To better assess the risk for transmission of the severe acute respiratory syndrome-associated coronavirus (SARS-CoV), a SARS investigation group obtained serial specimens and clinical and exposure data from seven confirmed U.S. SARS patients and their 10 household contacts. SARS-CoV was detected in a day-14 sputum specimen from one case-patient and in five stool specimens from two case-patients. In one case-patient, SARS-CoV persisted in stool for at least 26 days after symptom onset. The highest amounts of virus were in the day-14 sputum sample and a day-14 stool sample. Residual respiratory symptoms were still present in recovered SARS case-patients 2 months after illness onset. Possible transmission of SARS-CoV occurred in one household contact, but this person had also traveled to a SARS-affected area. This document examines the results of that data. The data suggest that SARS-CoV is not always transmitted efficiently. Routine collection and testing of stool and sputum specimens of probable SARS case-patients may help the early detection of SARS-CoV infection.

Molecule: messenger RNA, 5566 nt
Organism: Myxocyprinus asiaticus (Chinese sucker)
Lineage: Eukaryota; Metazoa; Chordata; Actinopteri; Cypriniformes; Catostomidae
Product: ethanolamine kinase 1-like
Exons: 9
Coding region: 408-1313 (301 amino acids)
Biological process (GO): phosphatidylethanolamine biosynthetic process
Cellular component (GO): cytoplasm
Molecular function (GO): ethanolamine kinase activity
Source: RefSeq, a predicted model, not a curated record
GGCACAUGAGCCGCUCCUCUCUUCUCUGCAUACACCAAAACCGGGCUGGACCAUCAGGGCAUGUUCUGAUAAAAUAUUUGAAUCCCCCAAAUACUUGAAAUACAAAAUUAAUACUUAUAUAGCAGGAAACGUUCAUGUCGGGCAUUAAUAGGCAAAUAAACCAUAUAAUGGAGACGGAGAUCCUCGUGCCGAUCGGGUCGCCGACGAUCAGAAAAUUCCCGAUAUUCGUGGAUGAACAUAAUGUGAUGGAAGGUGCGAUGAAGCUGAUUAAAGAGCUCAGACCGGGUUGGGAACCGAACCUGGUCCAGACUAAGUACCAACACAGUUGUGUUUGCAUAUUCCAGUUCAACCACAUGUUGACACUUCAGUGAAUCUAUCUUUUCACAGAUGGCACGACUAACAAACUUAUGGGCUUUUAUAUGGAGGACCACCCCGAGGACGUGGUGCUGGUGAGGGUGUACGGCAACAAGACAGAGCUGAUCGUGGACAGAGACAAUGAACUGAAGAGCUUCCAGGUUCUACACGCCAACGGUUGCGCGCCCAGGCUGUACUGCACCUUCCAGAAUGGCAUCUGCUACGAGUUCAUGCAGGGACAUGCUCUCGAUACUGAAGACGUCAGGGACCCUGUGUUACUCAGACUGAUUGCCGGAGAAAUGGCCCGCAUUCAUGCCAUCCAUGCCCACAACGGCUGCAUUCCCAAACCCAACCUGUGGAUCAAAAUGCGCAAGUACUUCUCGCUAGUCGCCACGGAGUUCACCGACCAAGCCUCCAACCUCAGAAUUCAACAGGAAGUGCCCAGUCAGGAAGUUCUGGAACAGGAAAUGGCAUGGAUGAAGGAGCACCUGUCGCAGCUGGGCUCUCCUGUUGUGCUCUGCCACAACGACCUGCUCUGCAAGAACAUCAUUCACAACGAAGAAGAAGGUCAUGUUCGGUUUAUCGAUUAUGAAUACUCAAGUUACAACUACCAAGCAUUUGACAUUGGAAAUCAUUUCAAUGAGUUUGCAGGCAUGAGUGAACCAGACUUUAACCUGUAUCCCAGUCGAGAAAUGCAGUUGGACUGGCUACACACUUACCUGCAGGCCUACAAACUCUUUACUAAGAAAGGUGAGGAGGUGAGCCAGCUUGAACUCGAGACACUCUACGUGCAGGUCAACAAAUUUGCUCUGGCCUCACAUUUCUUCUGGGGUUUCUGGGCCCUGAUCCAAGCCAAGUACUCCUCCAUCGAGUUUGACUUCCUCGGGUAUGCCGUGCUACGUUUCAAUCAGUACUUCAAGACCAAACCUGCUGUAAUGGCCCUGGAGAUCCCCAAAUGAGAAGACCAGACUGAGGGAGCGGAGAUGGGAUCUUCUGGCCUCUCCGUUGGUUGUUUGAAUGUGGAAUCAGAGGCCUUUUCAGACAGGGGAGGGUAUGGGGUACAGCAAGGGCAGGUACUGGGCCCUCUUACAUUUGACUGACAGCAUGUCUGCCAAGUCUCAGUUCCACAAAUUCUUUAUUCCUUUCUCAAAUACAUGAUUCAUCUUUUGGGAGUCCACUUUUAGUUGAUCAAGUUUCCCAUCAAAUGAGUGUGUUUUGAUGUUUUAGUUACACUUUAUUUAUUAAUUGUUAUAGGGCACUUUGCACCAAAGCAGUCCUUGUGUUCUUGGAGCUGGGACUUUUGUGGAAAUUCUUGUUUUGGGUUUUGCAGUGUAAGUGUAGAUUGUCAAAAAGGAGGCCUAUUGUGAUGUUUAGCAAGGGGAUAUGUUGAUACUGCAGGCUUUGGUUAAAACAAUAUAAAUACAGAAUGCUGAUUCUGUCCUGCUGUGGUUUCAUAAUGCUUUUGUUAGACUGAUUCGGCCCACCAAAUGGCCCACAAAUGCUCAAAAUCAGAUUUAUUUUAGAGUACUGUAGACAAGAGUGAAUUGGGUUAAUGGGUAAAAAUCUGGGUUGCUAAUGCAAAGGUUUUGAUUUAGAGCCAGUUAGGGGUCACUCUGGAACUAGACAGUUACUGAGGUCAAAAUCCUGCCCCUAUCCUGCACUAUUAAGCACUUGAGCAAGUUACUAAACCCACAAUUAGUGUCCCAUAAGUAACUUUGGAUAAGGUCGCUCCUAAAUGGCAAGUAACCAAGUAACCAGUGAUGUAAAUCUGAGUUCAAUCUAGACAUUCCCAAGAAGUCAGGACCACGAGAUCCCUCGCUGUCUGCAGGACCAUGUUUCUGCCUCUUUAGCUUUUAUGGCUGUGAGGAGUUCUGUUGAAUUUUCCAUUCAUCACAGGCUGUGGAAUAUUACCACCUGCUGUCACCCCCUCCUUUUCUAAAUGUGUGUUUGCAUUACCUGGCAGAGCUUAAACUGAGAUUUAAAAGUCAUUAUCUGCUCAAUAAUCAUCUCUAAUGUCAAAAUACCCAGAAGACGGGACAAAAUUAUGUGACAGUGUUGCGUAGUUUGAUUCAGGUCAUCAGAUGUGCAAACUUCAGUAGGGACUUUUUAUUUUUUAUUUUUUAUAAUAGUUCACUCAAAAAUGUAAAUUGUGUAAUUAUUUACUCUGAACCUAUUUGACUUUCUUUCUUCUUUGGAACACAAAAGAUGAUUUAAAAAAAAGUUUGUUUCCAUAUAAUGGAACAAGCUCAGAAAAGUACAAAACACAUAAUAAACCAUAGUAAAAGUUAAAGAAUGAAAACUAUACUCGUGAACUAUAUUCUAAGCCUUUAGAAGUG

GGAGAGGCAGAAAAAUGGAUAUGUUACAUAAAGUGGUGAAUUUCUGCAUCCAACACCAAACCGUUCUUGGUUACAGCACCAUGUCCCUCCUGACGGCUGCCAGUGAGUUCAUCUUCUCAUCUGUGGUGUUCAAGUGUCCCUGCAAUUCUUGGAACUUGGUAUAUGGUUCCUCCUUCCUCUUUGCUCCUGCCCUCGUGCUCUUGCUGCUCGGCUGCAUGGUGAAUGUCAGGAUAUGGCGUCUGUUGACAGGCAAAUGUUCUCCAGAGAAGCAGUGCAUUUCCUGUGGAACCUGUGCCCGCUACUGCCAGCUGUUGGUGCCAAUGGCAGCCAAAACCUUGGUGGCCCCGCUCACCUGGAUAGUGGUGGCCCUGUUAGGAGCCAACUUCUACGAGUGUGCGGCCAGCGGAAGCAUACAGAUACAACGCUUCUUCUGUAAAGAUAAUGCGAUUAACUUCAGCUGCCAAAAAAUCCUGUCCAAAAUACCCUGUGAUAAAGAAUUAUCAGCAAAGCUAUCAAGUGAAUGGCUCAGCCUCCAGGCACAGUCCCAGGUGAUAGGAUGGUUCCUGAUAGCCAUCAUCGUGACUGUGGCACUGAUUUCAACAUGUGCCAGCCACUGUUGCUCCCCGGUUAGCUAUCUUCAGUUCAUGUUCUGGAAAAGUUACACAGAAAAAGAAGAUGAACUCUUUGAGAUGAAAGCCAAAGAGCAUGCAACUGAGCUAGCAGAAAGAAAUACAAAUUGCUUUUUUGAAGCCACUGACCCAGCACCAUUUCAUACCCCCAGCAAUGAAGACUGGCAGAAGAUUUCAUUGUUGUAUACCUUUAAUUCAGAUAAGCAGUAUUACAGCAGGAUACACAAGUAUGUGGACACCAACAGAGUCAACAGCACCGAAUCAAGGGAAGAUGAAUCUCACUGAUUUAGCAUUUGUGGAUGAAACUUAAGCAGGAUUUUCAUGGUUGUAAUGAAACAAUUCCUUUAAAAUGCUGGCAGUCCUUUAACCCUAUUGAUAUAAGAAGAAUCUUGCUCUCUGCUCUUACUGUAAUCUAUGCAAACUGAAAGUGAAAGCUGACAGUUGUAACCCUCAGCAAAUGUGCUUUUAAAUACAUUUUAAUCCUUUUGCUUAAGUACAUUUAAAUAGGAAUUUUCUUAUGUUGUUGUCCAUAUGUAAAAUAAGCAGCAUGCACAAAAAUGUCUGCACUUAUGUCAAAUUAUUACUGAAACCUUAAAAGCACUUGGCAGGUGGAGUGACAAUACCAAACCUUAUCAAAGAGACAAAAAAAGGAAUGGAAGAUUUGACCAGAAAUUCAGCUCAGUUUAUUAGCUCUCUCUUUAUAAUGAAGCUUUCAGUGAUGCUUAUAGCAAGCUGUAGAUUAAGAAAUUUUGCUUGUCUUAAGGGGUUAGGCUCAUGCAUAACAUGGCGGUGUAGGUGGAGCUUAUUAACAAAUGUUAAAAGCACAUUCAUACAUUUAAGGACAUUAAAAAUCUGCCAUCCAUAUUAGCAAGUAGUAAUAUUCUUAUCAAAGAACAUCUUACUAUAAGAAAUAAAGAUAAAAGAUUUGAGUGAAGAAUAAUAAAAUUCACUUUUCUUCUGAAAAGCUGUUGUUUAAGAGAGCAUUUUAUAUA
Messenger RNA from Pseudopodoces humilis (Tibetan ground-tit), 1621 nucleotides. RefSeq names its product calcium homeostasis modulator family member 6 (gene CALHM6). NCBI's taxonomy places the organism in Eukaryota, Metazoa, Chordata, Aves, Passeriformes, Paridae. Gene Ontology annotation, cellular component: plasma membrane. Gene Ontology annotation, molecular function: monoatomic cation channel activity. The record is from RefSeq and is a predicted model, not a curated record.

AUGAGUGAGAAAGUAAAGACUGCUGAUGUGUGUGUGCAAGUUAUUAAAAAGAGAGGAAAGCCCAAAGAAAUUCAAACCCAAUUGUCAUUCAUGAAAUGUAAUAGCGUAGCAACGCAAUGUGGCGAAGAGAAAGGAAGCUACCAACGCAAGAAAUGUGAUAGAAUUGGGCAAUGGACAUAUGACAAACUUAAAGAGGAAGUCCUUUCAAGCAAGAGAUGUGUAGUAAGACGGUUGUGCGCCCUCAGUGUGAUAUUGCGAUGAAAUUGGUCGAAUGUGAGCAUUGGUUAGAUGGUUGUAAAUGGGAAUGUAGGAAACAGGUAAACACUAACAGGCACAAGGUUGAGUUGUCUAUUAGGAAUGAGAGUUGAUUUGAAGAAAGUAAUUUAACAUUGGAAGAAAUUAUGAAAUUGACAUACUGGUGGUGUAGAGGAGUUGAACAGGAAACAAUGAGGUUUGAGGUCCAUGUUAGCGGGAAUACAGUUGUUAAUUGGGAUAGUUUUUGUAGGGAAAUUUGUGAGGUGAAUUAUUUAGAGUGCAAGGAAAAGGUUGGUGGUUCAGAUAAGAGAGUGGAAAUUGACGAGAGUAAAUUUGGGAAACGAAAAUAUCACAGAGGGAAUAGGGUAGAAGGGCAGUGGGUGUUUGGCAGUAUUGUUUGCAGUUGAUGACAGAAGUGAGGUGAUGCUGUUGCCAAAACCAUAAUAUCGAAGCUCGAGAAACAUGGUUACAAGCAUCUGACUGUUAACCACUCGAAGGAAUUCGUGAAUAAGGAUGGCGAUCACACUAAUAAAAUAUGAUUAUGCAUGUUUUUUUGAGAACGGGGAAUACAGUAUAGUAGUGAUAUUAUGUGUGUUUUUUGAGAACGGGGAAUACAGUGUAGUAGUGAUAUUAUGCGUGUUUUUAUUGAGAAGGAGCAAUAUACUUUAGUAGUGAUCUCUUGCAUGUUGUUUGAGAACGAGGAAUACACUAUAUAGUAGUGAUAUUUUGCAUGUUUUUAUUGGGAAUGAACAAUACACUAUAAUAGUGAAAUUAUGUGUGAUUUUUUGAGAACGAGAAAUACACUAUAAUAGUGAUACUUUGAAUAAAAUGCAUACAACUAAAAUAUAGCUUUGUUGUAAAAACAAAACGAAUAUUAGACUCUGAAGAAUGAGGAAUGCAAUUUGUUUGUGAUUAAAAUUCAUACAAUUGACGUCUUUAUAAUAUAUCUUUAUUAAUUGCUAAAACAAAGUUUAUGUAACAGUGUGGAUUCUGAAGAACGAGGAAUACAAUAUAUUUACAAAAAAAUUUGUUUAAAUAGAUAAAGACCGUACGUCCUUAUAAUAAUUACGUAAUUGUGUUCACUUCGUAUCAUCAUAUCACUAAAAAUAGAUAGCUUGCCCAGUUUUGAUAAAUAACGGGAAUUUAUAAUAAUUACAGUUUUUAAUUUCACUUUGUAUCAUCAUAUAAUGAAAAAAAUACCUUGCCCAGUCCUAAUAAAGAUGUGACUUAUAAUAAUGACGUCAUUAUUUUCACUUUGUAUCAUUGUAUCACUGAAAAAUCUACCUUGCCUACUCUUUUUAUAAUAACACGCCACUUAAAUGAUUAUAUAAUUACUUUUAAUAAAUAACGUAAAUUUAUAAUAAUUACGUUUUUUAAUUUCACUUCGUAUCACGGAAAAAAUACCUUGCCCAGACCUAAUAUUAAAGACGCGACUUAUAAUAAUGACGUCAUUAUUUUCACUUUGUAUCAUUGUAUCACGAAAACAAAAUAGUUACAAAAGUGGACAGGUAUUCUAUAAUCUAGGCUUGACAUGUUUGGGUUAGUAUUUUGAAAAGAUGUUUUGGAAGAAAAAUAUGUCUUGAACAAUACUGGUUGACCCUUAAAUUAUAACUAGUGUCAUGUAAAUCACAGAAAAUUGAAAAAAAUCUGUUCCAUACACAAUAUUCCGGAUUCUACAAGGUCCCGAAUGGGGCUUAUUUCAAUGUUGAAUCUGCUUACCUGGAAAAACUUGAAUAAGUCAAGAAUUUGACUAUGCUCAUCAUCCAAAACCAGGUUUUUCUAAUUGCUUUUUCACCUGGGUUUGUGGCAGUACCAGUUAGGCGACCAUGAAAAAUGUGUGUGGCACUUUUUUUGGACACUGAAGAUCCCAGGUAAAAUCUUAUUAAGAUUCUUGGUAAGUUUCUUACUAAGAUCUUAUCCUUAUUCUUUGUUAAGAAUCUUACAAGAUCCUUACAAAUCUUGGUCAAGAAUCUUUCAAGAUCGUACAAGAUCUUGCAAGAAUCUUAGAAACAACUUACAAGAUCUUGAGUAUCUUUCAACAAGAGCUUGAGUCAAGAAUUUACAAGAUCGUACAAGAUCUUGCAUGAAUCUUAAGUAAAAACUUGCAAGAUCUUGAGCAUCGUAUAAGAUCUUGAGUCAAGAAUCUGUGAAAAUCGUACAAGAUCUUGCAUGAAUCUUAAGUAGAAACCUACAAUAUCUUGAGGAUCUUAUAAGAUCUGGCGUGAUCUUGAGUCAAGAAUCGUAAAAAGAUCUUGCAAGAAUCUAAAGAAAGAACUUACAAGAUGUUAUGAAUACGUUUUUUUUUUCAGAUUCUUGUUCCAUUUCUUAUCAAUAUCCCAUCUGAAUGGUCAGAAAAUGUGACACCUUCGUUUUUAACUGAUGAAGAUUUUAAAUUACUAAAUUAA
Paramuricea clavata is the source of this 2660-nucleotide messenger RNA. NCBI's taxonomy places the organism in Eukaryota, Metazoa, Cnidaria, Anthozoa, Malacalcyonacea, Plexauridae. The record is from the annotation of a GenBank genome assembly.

Emerging Infectious Diseases (February 2004), v.10, no.2, p. 225-231